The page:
What Doesn't Kill You: An Evening of One-Act Plays: You'll Just Love My Dad, a drama about an estranged father and his daughters, written by Stephanie Jones and Peter Schuyler, with direction by Stephanie Jones; and It Feels Like Her, about a daughter's wish, her drunken mother, and their ultimate twist of fate, written by Bree Pavey and directed by John Sperry Sisk. Saturdays, 7 p.m.; Sundays, 7 p.m. Continues through Sept. 15. Loft Ensemble, 929 E. Second St. No. 105, Los Angeles, 213-680-0392, www.loftensemble.com.

ONGOING SHOWS IN SMALLER THEATERS SITUATED IN THE VALLEYS:

GO: The Adventures of Tom Sawyer: This polished and entertaining adaptation of Mark Twain's coming-of-age classic The Adventures of Tom Sawyer is a rare case of family entertainment done well. Skillfully directed by Aaron Lyons from a streamlined narrative by Laura Eason, the story tracks the transformation of title character Tom (Mike Rosenbaum) from mischievous kid to thoughtful youth, a metamorphosis that takes place after he confronts the villainous Injun Joe (Brandon Karrer) and saves an innocent man from hanging. Infused with a wistful (but not weepy) ambience brought on by effective music and sound (music coordinators Jeff Doba and Jennifer Zahlit), the production benefits from a versatile ensemble, adept at communicating the human truth within their characters despite the piece's larger-than-life style of storytelling. Among these are Sierra Campbell-Unsoeld as a tender, temperamental Becky; Jason Thomas as Tom's seasoned buddy, Huck Finn; and Karrer, who does triple duty as strict schoolmaster, sanctimonious preacher and dastardly bad guy. Katie Hotchkiss as a schoolmarmish Aunt Polly and Cameron Miller as Tom's more decorous brother wield nuance nicely. As Tom, however, Rosenbaum needs to rein in some of his goofy mannerisms, which don't always ring true. (Deborah Klugman). Fridays, 7 p.m.; Saturdays, 5 p.m.; Sundays, 11 a.m. & 2:30 p.m. Continues through Sept. 7. Sierra Madre Playhouse, 87 W. Sierra Madre Blvd., Sierra Madre, 626-355-4318, www.sierramadreplayhouse.org.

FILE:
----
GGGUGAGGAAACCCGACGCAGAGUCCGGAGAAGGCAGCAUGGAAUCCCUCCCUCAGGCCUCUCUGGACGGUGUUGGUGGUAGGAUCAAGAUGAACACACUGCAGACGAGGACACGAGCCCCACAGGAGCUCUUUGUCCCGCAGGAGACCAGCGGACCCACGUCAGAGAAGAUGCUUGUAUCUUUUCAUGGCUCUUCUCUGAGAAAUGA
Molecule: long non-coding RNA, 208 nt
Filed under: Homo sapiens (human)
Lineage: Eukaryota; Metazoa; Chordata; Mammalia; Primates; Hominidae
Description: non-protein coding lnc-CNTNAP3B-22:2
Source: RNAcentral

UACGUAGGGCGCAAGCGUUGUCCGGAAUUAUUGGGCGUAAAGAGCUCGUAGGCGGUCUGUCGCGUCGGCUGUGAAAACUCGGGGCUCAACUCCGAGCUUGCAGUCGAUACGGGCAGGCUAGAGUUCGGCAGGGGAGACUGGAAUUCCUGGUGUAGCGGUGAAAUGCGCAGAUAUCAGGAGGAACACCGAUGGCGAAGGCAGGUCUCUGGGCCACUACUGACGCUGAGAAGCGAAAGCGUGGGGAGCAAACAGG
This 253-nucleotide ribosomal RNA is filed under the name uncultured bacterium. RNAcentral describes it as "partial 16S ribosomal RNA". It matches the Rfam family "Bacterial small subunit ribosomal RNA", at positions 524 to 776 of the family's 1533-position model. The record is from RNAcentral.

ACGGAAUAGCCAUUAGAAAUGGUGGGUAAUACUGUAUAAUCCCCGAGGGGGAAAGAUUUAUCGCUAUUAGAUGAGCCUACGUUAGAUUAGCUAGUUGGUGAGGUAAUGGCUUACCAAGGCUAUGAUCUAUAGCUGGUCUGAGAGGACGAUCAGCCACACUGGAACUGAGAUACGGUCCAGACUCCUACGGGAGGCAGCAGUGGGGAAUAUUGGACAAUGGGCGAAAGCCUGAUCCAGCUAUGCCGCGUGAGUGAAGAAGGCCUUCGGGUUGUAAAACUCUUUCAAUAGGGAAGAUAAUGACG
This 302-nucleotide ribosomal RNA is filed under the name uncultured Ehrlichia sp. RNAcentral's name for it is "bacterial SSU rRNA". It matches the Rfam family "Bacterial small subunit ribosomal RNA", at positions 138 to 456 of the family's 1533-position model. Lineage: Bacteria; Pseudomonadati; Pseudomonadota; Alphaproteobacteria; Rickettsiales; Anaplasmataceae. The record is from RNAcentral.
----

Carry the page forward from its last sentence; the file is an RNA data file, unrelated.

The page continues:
Auto Parts: A theater piece consisting of four interrelated "parts" which are presented in an order selected by the audience before each show; the narrative line is never the same twice. Written and directed by Steve Stajich. Fri., Aug. 30, 8 p.m.; Fri., Sept. 6, 8 p.m.; Fri., Sept. 13, 8 p.m.; Fri., Sept. 20, 8 p.m. Fremont Centre Theatre, 1000 Fremont Ave., South Pasadena, 626-441-5977, www.fremontcentretheatre.com.

GO: Captain Dan Dixon vs. The Moth Sluts From the Fifth Dimension: A nicely acted, crisply directed and neatly written piece of 1950s sci-fi comedy, featuring nearly naked, green-painted, go-go-dancing space aliens -- what's not to love?! Playwright Matthew Sklar stars as Captain Dan Dixon in his creature-feature retro romp through space. Panels of switches, buttons and analog meters signify the interior of a spacecraft as he and his crew of seven rockets into the fifth dimension, causing a purring, whirring sextet of moth-like minxes to materialize. Clad in teeny, gold-lamé hot pants, white go-go boots and pasties, the jiggling, shimmying erotic powers of the Vulvulans gradually infect the brains of almost all on board. The only person apparently immune is Dr. Canigulus (incisively portrayed by Jonica Patella), the ship's brainiac -- thanks to her massive, mutant cerebellum. It's up to her to decipher the true intentions of these insectile invaders. Sebastian Muñoz directs his cast of 14 extremely well; all have fun with the rapid-fire '50s lingo, playing the trashy, B-movie sexploitation tone straight without overly camping it up. Jeri Batzdorff and Corey Zicari (also a blond-wigged moth slut) created skimpy costumes for the babes and Star Trek-inspired suits for the crew. R. Benjamin Warren devised the clever props. Gloria Baraquio is great as Urania, the ship's android and captain's concubine, unhappily ousted by statuesque moth leader Empress Syphla (a sexy and sinister Katherine Canipe). (Pauline Adamek). Fridays, Saturdays, 8:30 p.m. Continues through Sept. 14. Zombie Joe's Underground Theatre, 4850 Lankershim Blvd., North Hollywood, 818-202-4120, zombiejoes.homestead.com.

GO: Dancing on the Edge: Presented on Zombie Joe's Underground's tiny, bare stage, Dancing on the Edge borrows from the company's long-running spectacle of disgustingly funny horror tableaux, Urban Death, in that it consists of almost two dozen dancelets, all in under an hour. And though one ballerina gets shot in the stomach midleap, such glibness is tempered by a more mature investment in themes ranging from despondency -- "Hurt," choreographed by Carrie Nedrow and performed with spasmic rigor by JJ Dubon -- to jealousy to redemption. The recorded musical selections range from Nine Inch Nails to Debussy. The dancing styles are all over the map, from ballet to hip-hop, and the execution by the dancers is superb. (Steven Leigh Morris). Saturdays, 11 p.m.; Sun., Sept. 8, 7 p.m.; Sun., Sept. 15, 7 p.m.; Sun., Sept. 22, 7 p.m. Continues through Sept. 21. Zombie Joe's Underground Theatre, 4850 Lankershim Blvd., North Hollywood, 818-202-4120, zombiejoes.homestead.com.

Fool For Love: Sam Shepard's drama about Eddie, a rodeo stuntman, and May, his lost love, whom he has found living at a motel in the Mojave Desert. Directed by Gloria Gifford. Saturdays, 8 p.m.; Sundays, 7:30 p.m. Continues through Sept. 29. T.U. Studios, 10943 Camarillo St., North Hollywood, 818-205-1680.